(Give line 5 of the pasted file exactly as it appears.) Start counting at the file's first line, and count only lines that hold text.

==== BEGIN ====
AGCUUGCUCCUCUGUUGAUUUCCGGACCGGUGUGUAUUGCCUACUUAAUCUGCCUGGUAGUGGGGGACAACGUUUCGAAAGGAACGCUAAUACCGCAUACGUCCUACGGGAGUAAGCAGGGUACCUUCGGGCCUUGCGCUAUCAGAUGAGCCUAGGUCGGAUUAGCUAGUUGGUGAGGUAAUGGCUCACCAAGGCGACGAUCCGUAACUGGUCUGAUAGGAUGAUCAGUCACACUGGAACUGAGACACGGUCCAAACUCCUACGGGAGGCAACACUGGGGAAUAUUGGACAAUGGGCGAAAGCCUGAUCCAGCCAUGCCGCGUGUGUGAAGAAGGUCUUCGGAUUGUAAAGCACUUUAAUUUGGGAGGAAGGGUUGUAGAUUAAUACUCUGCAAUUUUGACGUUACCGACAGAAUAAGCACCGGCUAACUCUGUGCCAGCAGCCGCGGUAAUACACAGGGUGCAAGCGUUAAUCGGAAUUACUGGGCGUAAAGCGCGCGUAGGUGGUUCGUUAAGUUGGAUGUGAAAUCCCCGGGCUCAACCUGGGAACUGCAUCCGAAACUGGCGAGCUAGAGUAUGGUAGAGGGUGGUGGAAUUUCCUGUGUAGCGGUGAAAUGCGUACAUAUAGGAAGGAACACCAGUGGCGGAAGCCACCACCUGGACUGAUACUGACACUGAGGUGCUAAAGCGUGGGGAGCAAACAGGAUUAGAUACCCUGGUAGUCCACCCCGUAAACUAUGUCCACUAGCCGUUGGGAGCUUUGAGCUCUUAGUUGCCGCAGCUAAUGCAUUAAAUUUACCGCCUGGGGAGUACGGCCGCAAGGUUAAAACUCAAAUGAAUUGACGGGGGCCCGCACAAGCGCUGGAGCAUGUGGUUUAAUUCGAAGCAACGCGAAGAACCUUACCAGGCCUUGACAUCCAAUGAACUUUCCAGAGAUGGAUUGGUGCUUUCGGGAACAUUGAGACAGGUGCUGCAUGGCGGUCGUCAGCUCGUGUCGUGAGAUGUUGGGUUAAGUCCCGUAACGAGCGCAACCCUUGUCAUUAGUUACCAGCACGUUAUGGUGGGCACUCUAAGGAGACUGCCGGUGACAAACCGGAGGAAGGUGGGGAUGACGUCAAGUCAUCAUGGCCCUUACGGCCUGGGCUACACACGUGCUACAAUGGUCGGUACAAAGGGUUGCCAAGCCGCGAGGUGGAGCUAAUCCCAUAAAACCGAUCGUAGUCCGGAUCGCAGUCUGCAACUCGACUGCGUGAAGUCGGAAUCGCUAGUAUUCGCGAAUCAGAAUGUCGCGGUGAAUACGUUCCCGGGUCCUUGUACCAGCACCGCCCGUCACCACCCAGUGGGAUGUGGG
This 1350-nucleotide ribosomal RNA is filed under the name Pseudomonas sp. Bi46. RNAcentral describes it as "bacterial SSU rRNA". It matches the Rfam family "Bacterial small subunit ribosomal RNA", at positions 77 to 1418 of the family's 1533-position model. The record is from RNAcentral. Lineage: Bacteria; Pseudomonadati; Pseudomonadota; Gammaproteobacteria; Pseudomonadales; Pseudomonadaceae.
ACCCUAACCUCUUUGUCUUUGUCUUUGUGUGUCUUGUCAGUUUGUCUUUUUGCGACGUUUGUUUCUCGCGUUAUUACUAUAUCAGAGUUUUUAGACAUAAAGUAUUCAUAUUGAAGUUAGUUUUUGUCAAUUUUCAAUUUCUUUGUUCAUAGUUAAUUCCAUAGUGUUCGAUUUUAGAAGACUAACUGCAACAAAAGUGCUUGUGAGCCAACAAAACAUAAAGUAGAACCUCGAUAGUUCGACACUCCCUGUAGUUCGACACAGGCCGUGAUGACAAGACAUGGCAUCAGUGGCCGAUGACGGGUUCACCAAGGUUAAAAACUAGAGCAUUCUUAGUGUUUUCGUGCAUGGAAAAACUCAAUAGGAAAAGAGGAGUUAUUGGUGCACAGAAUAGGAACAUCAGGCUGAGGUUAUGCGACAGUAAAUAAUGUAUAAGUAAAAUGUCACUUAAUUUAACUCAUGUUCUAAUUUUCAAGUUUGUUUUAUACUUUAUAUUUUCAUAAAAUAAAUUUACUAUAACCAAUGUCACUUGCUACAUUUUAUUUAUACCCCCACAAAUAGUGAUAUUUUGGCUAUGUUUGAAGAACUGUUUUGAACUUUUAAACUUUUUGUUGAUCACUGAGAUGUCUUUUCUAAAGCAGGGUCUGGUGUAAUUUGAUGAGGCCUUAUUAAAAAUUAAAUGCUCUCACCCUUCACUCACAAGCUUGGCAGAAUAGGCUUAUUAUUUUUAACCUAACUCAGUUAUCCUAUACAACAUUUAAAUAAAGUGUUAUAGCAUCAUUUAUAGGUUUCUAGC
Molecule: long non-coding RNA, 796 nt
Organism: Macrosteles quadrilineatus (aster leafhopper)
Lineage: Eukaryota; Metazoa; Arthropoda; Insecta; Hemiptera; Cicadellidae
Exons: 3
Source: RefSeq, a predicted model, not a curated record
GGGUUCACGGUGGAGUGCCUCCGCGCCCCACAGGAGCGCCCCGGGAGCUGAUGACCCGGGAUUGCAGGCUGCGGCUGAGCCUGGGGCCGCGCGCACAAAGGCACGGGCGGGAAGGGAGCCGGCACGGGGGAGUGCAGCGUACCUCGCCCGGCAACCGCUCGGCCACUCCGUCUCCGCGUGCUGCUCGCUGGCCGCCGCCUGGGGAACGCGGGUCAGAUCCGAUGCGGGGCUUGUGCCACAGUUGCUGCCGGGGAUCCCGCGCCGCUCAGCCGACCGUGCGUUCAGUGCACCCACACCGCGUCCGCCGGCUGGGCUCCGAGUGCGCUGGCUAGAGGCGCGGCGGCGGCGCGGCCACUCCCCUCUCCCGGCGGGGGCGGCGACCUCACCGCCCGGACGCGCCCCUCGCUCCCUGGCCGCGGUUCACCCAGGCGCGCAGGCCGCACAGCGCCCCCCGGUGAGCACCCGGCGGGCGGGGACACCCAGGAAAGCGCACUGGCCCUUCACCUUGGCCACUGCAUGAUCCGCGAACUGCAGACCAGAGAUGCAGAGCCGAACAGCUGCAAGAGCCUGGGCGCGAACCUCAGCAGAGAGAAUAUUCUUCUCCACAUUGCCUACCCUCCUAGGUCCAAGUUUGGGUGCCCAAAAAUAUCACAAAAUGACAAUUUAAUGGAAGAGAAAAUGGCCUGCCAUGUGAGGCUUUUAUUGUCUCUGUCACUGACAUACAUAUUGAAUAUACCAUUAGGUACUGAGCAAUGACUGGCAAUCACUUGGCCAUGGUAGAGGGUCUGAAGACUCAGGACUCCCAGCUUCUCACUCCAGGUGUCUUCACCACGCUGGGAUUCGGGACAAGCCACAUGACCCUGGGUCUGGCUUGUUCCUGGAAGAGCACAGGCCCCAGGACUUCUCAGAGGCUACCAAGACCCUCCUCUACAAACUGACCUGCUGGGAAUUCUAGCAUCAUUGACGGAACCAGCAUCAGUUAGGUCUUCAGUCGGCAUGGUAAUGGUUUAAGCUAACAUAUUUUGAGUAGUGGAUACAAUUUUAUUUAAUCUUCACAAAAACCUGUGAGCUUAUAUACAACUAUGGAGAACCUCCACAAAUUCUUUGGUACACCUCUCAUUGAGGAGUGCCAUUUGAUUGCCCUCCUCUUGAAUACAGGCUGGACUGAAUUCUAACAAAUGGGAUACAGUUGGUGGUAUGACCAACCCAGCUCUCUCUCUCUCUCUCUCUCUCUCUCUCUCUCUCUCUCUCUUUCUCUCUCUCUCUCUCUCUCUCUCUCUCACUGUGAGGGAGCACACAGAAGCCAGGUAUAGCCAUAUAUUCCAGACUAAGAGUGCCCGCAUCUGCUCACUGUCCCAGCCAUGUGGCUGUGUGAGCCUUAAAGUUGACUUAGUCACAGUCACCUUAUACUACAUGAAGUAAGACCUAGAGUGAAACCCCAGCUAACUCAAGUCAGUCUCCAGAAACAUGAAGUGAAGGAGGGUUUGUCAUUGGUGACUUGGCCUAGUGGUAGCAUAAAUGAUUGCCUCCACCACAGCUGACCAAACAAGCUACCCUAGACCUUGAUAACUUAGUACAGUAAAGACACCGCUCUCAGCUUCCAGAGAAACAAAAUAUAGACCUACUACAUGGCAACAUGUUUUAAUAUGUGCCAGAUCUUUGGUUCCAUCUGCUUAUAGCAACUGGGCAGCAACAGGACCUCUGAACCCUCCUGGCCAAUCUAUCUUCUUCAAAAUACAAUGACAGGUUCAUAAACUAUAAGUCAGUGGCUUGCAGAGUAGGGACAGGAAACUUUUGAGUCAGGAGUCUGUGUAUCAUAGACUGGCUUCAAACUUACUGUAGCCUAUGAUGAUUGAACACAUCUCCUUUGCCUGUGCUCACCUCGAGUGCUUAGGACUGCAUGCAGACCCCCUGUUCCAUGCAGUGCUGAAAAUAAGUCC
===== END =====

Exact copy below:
Organism: Macrosteles quadrilineatus (aster leafhopper)